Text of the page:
pleased — andù relieved to hear me say that there areù other
realities around. (He says he’s in no way become frightened or
pessimistic, but is just somehow gladù to hear about other basic
possibilities.)

* * *

Sometimes they would schedule one program right after
another.

* * *

Hey, another one from the department of Hey-Justice-Ain’t-
Missing-And-Don’t-Call-Captain-Irony: If you ain’t got special
problems, you can’t get special attention; and if you do have
special problems, you won’t get any special attention.

* * *

This one chap would ofttimes leave home just so he could
return again. (A guy down the street says he stole the idea from
him.)

* * *

Believing his family’s diet to be deficient in fiber and
calcium, each morning this one man would leap from behind a
curtain toward his brood at the breakfast table, waving a pointy
shellacked stick and shouting, “Trojans we are no more.”
…(Now all seems well in the home at 429 East Sycamore Lane.)

* * *

The neural revolutionist whose feeling toward the many
variations of human thought is not one of “How cute,” is wayù
behind in his revolutioning.

* * *

One king decided that everyone should call him “Old Blood
And Guts”; the queen continued to call him “Old Tea And
Biscuits,” but she — by god — was the only one.

* * *

Right at the height of the storm, this one man said that in
contradistinction to the more complex reports, he thought that
being ordinary was the best revenge in some cases.

* * *

with infinity, while his brother thought that playing with
yourself is more fun. …(Who? Who, I ask you, would wanna
take sides in this kinda intramural argument.)

* * *

There was once a young lad, in a young time, at a young
place, who found that some of what he had been told matched his
experience and some did not. He was so intrigued with this that
he named it — he called the whole affair “my life.”

* * *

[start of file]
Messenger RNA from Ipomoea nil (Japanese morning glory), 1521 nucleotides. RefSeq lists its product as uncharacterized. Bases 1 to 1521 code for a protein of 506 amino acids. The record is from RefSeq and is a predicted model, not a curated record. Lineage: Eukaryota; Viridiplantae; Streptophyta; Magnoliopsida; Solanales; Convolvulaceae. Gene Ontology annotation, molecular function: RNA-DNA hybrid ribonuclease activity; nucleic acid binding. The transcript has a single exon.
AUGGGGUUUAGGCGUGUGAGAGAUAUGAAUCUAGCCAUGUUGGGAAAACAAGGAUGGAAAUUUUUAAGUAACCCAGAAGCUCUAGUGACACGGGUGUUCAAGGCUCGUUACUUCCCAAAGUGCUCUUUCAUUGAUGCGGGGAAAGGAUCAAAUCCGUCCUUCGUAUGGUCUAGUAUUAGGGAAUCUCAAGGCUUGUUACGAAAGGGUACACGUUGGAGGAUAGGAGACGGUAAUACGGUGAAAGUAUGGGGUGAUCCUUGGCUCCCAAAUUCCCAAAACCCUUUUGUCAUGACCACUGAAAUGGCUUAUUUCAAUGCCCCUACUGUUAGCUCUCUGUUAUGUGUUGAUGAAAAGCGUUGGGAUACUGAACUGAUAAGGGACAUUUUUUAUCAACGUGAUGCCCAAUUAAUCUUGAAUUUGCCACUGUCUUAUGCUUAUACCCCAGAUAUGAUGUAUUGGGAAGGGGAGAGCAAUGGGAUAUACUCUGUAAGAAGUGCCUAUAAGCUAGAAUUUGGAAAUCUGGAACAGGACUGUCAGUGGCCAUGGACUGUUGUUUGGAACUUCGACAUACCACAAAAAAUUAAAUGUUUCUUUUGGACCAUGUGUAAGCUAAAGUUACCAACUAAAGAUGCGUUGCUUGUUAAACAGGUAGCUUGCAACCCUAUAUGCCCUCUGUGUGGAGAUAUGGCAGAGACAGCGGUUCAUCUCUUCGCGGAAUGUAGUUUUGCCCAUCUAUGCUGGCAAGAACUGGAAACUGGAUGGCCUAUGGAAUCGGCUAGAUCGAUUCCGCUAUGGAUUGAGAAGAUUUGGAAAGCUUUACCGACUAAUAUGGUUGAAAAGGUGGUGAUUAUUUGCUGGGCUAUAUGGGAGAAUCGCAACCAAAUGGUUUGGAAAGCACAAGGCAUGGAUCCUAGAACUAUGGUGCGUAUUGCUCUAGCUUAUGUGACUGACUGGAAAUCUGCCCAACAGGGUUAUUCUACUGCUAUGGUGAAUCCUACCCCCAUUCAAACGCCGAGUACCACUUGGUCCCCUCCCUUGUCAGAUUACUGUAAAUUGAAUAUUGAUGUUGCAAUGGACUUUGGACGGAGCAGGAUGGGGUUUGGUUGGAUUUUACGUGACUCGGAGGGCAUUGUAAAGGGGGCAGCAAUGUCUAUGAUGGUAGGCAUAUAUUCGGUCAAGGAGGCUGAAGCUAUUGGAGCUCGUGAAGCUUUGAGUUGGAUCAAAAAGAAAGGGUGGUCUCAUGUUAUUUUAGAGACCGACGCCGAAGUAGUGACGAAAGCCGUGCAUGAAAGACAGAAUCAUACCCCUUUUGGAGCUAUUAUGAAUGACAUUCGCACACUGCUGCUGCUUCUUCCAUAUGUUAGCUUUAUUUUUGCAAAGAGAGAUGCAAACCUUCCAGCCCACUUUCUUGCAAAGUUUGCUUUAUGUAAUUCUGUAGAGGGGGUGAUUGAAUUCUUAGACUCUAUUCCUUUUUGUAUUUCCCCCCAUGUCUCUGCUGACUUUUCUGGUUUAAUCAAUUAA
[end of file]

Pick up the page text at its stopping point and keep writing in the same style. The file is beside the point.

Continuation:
In the city, on certain days, everyùthing’s blown out of
proportion — so what!

* * *

The climax and culmination of one guy’s life was to be
contained in the book he set out to write, “Words To The Wise,”
until he realized he didn’t knowù any who were wise, and even if
he did, he didn’t have any words for them.

* * *

One of the older warriors wiped away some blood and joy and
told several of the younger rebels cleaning up the battlefield,
“If a man does not kill the past, then the past will kill the
man.”

* * *

Turns out he was more fun in person than he was in private.

* * *

At the long front table just inside the Reading Room at the
city library, a voice noted, “No one can be as sad as a poet.”
Then replied another, “And none deserve it more.”

* * *

A viewer writes in and asks if we’re aware of how often
poets are presently in a “bad light”? He says he can’t tell
whether this is done intentionally or is just some subconscious
hostility arising. He says he has no particular interest in this
matter and no personal axe to grind, but just wonders if we’re
aware of this so frequently occurring. …(He included a copy of
his latest book of verse.)

* * *

to himself, “I knew it was too good to last.”

* * *

The extent of his philosophy, he says, is contained in the
following idea (says he), “I sometimes suspect that the sun
continues to arise in the east simply because that is now what is
expected of it.”

* * *

If you can look aroundù and simultaneously be concerned about
how you look — then, then, then, ole friend, you don’t know how
to correctly look around.

* * *

Portions from the continuing city script: “Everyone is
generic.” “Did he say genetic?” “Everyone is genetic.”
“Pardon, but did he say generic?” “Everyone is in the next act
— places, everyone…”

* * *